Windreach to expand services with arrival of three new ponies
A charity that provides riding lessons to people with special needs will be able to expand the programme following the arrival of three new therapy ponies.
The trio – Dash, Mosaic, and Penny – will increase the programme’s capacity by 35 per cent.
Samantha Hillier, therapeutic programme manager at WindReach said: “Thank you to everyone who made this happen! It was so great to have the donors come to WindReach to meet the new ponies.
“They’re such an amazing addition to our programme. We’ve had a waiting list to get into the therapeutic riding programme for a few years now and these three new ponies will mean that we’re able to provide this wonderful programme to so many more of our participants.
“We are also really excited to start our big celebrations next year for our 50th anniversary of therapeutic riding here in Bermuda.
“It’s huge for Bermuda as we’re only a few years behind the Riding for the Disabled Association in England, they just celebrated their 50th anniversary in 2019.”
The full funding of each pony – including air freight, vet exams, tests, vaccinations and health certification for flying, and transportation within the US – was given by individuals and corporate donors, including Kirk and Judy Kitson and Mr Kitson’s brother Richard, Sompo International, Philip and Eileen Thorne, and the family and friends of the late Phil Talbot.
Richard Kitson, who is regional director of the Society for the Advancement of Travel for the Handicapped, said: “I was born with learning differences and physical disabilities at a time when we didn’t have facilities like WindReach and it was challenging growing up different to others.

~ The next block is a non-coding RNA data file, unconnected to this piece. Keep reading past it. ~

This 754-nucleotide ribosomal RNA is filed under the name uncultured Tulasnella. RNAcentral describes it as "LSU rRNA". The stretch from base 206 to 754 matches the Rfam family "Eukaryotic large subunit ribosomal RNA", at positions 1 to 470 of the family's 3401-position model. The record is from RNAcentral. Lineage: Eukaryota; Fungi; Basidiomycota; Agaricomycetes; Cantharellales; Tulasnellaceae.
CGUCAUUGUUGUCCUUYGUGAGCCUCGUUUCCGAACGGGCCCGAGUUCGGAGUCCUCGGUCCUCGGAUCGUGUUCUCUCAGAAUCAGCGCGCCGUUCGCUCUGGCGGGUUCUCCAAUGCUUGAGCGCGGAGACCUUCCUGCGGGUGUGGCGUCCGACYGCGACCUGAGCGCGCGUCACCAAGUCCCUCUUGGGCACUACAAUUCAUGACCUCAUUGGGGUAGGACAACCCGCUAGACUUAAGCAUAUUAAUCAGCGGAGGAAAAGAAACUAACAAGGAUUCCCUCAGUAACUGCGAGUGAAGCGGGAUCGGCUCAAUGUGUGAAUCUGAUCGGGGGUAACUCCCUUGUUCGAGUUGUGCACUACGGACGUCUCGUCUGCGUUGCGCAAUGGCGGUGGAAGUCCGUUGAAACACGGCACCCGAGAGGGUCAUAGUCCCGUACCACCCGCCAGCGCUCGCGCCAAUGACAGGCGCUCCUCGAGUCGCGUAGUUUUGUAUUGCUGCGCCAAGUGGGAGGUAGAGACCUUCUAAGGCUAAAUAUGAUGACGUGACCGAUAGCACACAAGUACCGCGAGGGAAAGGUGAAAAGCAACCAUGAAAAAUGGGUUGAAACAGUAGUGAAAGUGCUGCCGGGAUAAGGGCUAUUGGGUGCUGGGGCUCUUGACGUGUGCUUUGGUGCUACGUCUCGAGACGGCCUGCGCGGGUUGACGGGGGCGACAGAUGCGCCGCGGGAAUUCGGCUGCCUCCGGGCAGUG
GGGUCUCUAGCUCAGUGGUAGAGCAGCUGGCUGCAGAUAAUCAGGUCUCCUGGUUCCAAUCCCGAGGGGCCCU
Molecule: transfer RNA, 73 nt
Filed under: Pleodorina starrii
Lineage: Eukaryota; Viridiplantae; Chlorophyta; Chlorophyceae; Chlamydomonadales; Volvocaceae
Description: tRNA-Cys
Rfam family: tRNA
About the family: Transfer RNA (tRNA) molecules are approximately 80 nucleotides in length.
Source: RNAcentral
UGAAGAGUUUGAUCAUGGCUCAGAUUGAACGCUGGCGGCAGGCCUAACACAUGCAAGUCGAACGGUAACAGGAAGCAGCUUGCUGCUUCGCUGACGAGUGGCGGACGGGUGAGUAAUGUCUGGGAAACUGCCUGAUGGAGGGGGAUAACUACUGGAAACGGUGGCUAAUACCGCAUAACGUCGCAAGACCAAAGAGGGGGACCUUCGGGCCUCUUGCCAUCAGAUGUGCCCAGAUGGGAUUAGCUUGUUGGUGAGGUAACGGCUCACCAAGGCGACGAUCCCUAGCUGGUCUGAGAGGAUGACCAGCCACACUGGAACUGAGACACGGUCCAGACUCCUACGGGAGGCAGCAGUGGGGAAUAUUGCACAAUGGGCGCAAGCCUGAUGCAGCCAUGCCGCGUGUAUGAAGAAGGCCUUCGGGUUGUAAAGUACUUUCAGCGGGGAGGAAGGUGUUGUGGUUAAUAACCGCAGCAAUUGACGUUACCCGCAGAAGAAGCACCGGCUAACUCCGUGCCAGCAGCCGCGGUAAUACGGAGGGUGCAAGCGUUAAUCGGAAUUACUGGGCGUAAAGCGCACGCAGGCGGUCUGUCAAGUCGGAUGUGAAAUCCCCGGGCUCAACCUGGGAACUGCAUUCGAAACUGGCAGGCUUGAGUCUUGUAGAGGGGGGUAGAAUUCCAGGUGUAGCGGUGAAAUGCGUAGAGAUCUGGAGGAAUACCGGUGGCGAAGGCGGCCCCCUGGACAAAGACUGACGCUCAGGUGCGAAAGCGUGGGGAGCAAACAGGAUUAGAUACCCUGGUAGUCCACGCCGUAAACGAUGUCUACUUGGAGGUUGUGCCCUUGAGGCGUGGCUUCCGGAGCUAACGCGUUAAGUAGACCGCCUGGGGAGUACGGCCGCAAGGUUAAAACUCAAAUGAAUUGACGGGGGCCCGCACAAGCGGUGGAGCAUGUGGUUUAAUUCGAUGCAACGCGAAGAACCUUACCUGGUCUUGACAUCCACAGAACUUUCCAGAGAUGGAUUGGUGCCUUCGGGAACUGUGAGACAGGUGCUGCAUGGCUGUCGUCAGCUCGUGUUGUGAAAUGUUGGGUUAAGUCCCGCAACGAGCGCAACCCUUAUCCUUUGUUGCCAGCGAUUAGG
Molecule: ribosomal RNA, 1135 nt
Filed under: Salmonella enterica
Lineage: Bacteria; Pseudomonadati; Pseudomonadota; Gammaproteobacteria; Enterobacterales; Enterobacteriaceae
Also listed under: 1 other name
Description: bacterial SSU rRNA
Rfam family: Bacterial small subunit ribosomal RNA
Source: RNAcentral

“That said, I have always believed that we must do the best we can with what we have. I really hope that Dash provides joy and inspires others to overcome their challenges to achieve their full potential for a happy life, and to embrace their differences in a positive way”.
Mrs Kitson added: “For many years I volunteered for the Riding for the Disabled programme and understand first-hand the life changing impact that WindReach has on the lives of those who participate.
“Our family is excited to be able to support the incredible work of the WindReach Programme”.
Alana Anderson, vice-president and head of US mortgage reinsurance at Sompo International, said: “WindReach has always been an organisation that we have felt provides tremendous benefit to a very diverse section of the community.
“The therapeutic riding programme is exceptional. The fact that there is a focus on persons with special needs just reinforces to us that anyone with any ability should have access to programmes and activities. We are proud of our contribution and hope that this will benefit WindReach for many years to come.”
Tina Nash, the executive director of WindReach, also raised funds by hiking across 41 peaks in the UK’s Lake District with her husband, Mark. Their Peaks for Ponies Fundraiser secured more than $27,500 in donations.
Ms Nash said: “We are so appreciative for the incredible support and encouragement we receive from the community each and every day. Having such a diverse group of companies and people come together to help WindReach make this dream come true, is truly touching and very much appreciated.
“Having our Therapeutic Riding Stables at full capacity means we can serve more people and continue to support the quality of life for people living with special needs and disabilities. That’s what we do at WindReach, and we are very proud of that.”
A spokeswoman for the charity said: “A well-trained therapy horse moves in a rhythmic, symmetrical and organised way. Each step the horse takes provides strong sensory and physical input in many dimensions including up and down; side to side; and back and forth.
“By asking for variations in these movements the instructor gains results that cannot be achieved by a machine or duplicated in a clinical setting.
“When donating towards a therapy animal, donors are giving a gift that keeps giving for years to come and there are many individuals living with disabilities that will benefit.”